unemployment

  • 12 Mar 2014 at 9:30 AM

Fed Watch ’14: Moving The Goalposts

For years, the Fed’s been waiting for unemployment to get under 6.5%, so that it can stop offering money for free. This has taken somewhat longer than the central bank likely expected when the threshold was set, and now, the man who came up with the idea wants to make sure it doesn’t make the same mistake again.

The “cut rates when unemployment drops below 6.5% if inflation hasn’t gotten over 2.5%” policy is apparently called the “Evans rule” for Chicago Fed President Charles Evans. And while Paul Volcker plans to use his remaining days defending the regulation that bears his name, Evans isn’t eager to see a sequel. Read more »

  • 19 Dec 2013 at 4:55 PM

Maybe The Fed Jumped The Gun A Little?

A day late come the kind of “meh, not great” economic indicators that could have saved us from yesterday’s “modest” taper. Read more »

Among the many reasons given by the Federal Reserve for their reluctance to buy, say $80 billion in bonds each more instead of $85 billion, is that U.S. policymakers continue to refuse to make policy. Like, say, policy to keep the government operating.

Well, Boehner Ryan & Co. have decided that they will let the government keep operating—this time—and will even let it spend a few more bones. Can they have their taper now?

Sen. Patty Murray (D., Wash.) and Rep. Paul Ryan (R., Wis.), who struck the deal after weeks of private talks, said it would allow more spending for domestic and defense programs in the near term, while adopting deficit-reduction measures over a decade to offset the costs….

Some investors say that the deal could push forward the Federal Reserve’s taper timetable. In September when the central bank surprised investors and kept its $85 billion-a-month bond-buying program in place, it cited the looming budget battle as a reason for caution. But now, that risk has diminished.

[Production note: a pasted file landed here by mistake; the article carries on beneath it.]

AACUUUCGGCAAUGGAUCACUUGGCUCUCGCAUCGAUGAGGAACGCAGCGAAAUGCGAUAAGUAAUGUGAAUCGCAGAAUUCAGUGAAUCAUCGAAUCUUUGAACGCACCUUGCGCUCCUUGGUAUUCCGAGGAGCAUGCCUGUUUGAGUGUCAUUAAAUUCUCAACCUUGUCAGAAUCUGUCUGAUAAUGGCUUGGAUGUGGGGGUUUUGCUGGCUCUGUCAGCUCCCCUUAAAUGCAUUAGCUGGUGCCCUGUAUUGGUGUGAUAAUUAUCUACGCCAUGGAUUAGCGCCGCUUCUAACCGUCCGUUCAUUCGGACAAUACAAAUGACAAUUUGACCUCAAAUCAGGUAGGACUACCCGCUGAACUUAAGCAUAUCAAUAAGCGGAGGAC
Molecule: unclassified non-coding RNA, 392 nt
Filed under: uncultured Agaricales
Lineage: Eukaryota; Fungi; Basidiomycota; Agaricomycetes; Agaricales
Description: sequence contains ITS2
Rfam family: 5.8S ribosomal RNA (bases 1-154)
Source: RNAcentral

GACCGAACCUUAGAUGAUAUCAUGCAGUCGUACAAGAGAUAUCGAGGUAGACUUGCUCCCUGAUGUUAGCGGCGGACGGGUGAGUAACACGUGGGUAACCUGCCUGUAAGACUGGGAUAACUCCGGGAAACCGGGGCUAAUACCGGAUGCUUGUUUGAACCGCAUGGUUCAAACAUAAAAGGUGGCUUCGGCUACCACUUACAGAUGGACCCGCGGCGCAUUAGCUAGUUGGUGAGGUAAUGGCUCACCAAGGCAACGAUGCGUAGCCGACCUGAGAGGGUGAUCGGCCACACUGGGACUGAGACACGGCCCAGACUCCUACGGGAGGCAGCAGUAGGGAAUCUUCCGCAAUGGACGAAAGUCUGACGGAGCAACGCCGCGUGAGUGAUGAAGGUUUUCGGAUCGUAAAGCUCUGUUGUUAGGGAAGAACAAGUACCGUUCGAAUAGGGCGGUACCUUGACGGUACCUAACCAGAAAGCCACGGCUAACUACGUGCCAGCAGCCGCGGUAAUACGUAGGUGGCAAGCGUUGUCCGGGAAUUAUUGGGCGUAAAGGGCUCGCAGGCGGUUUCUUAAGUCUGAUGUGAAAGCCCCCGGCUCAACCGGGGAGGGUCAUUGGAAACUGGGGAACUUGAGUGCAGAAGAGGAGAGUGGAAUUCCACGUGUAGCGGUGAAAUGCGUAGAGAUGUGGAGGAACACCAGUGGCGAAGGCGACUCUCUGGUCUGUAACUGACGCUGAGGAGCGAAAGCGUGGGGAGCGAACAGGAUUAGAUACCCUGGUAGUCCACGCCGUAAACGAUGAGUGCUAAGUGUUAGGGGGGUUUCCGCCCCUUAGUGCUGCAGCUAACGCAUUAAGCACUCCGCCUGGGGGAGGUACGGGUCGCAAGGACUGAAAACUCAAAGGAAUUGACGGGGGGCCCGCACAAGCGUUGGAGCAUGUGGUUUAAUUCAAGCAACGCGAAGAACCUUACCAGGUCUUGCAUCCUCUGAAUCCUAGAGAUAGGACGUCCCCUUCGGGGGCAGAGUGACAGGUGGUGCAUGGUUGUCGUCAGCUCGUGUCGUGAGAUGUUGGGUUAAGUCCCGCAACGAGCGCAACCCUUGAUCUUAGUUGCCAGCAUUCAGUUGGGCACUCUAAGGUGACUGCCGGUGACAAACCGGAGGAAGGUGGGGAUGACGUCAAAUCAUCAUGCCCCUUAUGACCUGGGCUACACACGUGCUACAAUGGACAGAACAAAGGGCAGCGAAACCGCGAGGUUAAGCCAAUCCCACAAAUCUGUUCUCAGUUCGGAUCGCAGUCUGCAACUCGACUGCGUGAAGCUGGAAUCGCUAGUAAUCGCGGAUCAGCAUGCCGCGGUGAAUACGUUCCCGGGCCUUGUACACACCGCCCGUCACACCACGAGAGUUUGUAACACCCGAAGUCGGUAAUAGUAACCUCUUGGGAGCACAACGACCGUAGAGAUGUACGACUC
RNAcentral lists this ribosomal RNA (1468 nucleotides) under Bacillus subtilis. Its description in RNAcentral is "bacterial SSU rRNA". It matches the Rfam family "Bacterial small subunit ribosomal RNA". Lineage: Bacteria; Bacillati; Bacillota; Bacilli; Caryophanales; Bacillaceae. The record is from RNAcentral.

Progress of a sort, but, well, no: You’re probably not getting your taper next week. Read more »

  • 12 Sep 2013 at 4:27 PM

Those Jobs Numbers Did Look Too Good To Be True

So, a couple of states—a big one and a small one, to be precise—screwed up a little in reporting unemployment claims to Washington. No big deal, right? Read more »

Unemployment claims are up a little.

Initial jobless claims, a proxy for layoffs across the U.S., rose by 7,000 to a seasonally adjusted 343,000 in the week ended July 20, the Labor Department said Thursday. Also, the prior week’s figure was revised to 336,000 new claims from an initially reported 334,000. Economists surveyed by Dow Jones Newswires had expected 340,000 new claims would be filed in the latest week.

But they’re getting easier to predict! Read more »

The U.S. added so many jobs last month that the unemployment rate actually went up. Read more »

  • 14 May 2013 at 3:54 PM

‘STFU’ Is AIG CEO’s Advice To College Grads

Robert Benmosche is still putting the finishing touches on his commencement address of hope. Read more »